I'm taking a break from sugar, WW I and British brewing. And taking a look at German beer styles. In particular, their relative popularity over the years.
Hopefully these figures will help lay to rest the myth about European beer being traditional and unchanging. Nothing could be further from the truth. Take a look at the fortunes of Pils and Export in Germany over the last 40 years.
In the 1970's, Export's market share slumped while that of Pils skyrocketed. But after peaking with almost 69% of the market in 2002, Pils now seems to be definitely in decline, being down to just 55% last year. Export, seemingly on the road to oblivion, has rallied a little and is clinging on to around a 10% share.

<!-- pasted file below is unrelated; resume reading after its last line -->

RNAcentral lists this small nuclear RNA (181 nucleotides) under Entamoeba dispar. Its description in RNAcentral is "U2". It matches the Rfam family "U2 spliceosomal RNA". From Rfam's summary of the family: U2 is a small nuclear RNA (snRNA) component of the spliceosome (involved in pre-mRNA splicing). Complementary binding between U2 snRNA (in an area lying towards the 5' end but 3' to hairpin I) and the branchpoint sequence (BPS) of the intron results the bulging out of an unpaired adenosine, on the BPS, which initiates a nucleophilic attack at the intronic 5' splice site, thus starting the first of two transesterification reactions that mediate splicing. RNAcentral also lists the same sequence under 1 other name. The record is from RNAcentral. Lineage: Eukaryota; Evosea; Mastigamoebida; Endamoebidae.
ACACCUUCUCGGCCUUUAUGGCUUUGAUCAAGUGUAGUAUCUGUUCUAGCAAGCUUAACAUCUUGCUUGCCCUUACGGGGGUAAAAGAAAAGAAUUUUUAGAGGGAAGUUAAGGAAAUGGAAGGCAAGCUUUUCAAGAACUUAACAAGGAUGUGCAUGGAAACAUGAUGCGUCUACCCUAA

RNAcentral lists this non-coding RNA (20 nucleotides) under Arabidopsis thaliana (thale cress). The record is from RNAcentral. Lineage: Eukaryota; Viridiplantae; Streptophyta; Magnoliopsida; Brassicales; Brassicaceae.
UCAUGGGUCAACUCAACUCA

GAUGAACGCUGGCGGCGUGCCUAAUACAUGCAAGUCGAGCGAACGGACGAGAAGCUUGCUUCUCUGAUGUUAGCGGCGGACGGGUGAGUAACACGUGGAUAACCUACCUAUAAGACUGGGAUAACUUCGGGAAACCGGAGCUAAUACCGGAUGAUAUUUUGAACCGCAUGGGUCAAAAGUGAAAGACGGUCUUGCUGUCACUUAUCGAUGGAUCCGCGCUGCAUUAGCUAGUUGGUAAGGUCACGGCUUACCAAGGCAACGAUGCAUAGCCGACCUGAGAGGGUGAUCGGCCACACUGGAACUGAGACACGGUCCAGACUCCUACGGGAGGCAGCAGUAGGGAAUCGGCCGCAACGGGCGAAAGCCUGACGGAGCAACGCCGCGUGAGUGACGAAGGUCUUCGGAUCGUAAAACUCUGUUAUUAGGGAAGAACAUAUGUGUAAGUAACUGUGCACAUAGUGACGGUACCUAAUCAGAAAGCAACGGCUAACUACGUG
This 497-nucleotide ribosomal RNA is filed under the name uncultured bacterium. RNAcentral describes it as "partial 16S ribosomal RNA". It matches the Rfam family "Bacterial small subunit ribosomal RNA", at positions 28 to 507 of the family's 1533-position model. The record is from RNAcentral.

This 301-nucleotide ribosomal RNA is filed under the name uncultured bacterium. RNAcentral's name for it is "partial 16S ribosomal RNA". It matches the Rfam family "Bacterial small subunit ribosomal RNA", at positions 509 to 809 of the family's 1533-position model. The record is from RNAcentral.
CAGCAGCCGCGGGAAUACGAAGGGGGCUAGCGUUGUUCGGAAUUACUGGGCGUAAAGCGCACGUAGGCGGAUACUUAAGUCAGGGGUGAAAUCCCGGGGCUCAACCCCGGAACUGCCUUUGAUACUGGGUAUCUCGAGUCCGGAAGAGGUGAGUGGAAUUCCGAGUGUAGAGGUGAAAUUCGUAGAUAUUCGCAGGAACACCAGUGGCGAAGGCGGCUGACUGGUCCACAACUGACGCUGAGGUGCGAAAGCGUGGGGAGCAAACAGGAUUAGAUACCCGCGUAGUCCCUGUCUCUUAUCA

Weizen has steadily increased in popularity over the last 30 years, but the picture for some other top-fermenting styles is much less rosy. Alt's progress has been a mirror image of Weizen's, declining from 6.6% to 1.4%. Kölsch has done a little better, falling from 4.5% to 1.6%.
Lambrate - Continuing the Italian theme, here's a post from the archives. I first visited Milan's Birrificio Lambrate in March 2008 and this was my write-up. Since then...
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